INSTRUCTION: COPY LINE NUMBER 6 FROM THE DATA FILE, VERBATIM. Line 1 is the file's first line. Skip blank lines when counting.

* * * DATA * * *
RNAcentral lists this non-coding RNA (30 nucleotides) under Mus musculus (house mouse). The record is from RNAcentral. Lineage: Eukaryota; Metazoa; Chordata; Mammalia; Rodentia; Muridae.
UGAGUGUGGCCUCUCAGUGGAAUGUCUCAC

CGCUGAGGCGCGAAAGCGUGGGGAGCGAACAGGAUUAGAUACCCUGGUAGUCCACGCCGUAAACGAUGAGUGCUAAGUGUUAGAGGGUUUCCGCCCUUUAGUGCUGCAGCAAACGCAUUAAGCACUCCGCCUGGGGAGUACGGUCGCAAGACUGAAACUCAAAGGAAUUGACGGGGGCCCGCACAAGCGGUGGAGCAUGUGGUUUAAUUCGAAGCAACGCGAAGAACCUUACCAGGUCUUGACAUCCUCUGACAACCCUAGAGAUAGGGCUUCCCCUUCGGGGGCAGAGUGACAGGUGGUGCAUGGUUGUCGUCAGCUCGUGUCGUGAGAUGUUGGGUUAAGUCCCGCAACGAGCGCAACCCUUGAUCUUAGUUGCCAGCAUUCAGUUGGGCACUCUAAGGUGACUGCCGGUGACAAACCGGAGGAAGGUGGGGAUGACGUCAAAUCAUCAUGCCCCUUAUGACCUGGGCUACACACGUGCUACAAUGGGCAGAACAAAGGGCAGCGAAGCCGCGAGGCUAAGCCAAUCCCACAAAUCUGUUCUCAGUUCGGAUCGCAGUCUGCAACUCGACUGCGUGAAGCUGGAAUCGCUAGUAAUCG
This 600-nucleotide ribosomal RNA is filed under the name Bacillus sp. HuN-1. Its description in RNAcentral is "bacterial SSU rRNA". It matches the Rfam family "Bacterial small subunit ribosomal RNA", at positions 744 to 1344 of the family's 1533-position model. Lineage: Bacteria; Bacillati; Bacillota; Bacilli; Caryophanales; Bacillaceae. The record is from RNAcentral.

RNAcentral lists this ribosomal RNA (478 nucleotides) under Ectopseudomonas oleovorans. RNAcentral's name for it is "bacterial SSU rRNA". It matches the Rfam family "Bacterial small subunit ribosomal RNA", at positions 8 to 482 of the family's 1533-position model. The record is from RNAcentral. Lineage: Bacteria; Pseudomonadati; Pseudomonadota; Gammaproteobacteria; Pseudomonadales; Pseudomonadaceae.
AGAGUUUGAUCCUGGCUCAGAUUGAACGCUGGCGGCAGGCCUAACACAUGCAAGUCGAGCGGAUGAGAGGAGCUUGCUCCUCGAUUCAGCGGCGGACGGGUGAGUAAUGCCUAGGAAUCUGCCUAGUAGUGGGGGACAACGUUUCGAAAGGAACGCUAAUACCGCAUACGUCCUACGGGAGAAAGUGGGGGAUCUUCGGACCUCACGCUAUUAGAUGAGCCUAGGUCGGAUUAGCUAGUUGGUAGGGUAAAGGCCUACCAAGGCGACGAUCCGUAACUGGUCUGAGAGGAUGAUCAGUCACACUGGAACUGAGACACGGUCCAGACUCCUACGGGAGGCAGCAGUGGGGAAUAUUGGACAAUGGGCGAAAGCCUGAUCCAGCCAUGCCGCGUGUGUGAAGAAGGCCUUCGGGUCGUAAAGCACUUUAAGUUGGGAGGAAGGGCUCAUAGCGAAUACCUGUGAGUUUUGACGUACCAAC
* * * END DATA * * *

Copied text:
AGAGUUUGAUCCUGGCUCAGAUUGAACGCUGGCGGCAGGCCUAACACAUGCAAGUCGAGCGGAUGAGAGGAGCUUGCUCCUCGAUUCAGCGGCGGACGGGUGAGUAAUGCCUAGGAAUCUGCCUAGUAGUGGGGGACAACGUUUCGAAAGGAACGCUAAUACCGCAUACGUCCUACGGGAGAAAGUGGGGGAUCUUCGGACCUCACGCUAUUAGAUGAGCCUAGGUCGGAUUAGCUAGUUGGUAGGGUAAAGGCCUACCAAGGCGACGAUCCGUAACUGGUCUGAGAGGAUGAUCAGUCACACUGGAACUGAGACACGGUCCAGACUCCUACGGGAGGCAGCAGUGGGGAAUAUUGGACAAUGGGCGAAAGCCUGAUCCAGCCAUGCCGCGUGUGUGAAGAAGGCCUUCGGGUCGUAAAGCACUUUAAGUUGGGAGGAAGGGCUCAUAGCGAAUACCUGUGAGUUUUGACGUACCAAC